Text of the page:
Three Motives That Produce a Good Apology

Think of a time when someone apologized to you, but their confession just didn’t feel right.  Maybe it even made you feel more hurt or offended. 

Was it the words they said (or didn’t say)?  Was it their tone of voice or facial expression?  Was it too quick or too slow?  Was it the wrong time or wrong place?  Did you feel it was it so poorly done that it would have been better if they hadn’t apologized at all?

Many people have told me they have had that experience.

Words from the heart

A good apology is not just a collection of carefully crafted words.  If you create what seems like a perfectly worded confession, but your heart motives are not right, the offended person will probably notice your wrong attitude from your timing, your tone of voice, or your body language.  That won’t lead you to peace with the offended person. 

On the other hand, if your motives and heart attitudes are right, the offended person will sense how sorry you are, even if you don’t say exactly the “right” words in your apology.

As you prepare your confession, ask yourself the three questions below.  These three principles will help you check your motives before you apologize.

1.  How can I show honesty about what I did (or did not do)?

This is about your offense, whether it’s something you committed or omitted.  Be truthful and specific: “…let each one of you speak the truth with his neighbor, for we are members one of another” (Ephesians 4:25b). 

Name your offense for what it really is, no more, no less.  If what you did (or did not do) can be described with Bible terms as sin, call it sin.  Don’t just say it was a mistake or an accident. 

2.  How can I humble myself?

This is about you, as the offender.  Do you want grace from God and from the one you offended?  God promises he will give you grace when you humble yourself: “Clothe yourselves, all of you, with humility toward one another, for ‘God opposes the proud, but gives grace to the humble’” (1 Peter 5:5b).  God will give you grace, even if the offended person doesn’t give you grace.

Humility is different than humiliation.  When you confess, I don’t mean for you to humiliate yourself, or to put yourself in a situation where you will be humiliated by the offended person or anyone else.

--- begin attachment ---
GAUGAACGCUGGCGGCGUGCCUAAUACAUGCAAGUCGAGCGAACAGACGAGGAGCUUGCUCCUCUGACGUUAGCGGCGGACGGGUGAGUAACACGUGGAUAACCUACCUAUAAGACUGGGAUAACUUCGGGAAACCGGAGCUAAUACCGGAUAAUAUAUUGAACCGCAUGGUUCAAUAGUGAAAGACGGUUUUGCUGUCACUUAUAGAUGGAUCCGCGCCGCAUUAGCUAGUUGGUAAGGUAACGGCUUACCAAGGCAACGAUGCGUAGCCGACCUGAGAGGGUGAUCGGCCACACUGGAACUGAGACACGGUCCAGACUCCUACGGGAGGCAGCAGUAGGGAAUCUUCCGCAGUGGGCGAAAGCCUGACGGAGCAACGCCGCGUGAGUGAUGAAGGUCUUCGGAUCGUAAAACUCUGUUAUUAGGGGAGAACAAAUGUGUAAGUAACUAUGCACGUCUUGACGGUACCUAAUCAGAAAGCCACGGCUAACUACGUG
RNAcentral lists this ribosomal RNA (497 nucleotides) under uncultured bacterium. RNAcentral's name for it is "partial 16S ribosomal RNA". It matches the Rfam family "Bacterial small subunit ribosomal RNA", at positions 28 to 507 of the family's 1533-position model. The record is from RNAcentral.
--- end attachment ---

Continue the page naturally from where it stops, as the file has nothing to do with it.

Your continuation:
3.  How can I honor the person I offended?

This is about the person you hurt or offended.  Take time to think about the emotional and practical effect your offense had on them.  Ask God for wisdom how to acknowledge those effects to the one you offended.  When you make your apology, choose a time and a place that demonstrate you are thoughtful and honoring to the offended person.  Look for ways you could repair the damage you caused them.  In short, “Outdo one another in showing honor” (Romans 12:10b).

Some basic elements of a well-rounded confession

Below are some elements you can include in your apology when you apply the principles of honesty, humility, and honor.  You can think of these as individual flowers in a bouquet. The more of these flowers you include in your confession, the more fragrant it will likely be to the person you offended.


  • Use Bible words, not euphemisms, when you confess sin.
  • Take personal responsibility.
  • Don’t excuse yourself or blame other people or circumstances.
  • Name the specific offense(s).
  • Communicate that you have a contrite spirit.
  • Demonstrate that you feel, or that you are at least aware of, the pain your offense caused the offended and what it cost them.
  • Ask the offended person, “Is there something else I did or did not do that you want to explain to me?”
  • Make right any wrongs you can.

Remember, a sincere apology is not about technique.  It’s about your heart attitude.  If you are humble, honest, and honoring when you say sorry, the offended person will likely understand that you value your relationship and that you truly want to be at peace with them.

Check out the Peace Pursuit QUICK START GUIDE for more tips on how to have a conversation that will lead to appropriate confession and forgiveness.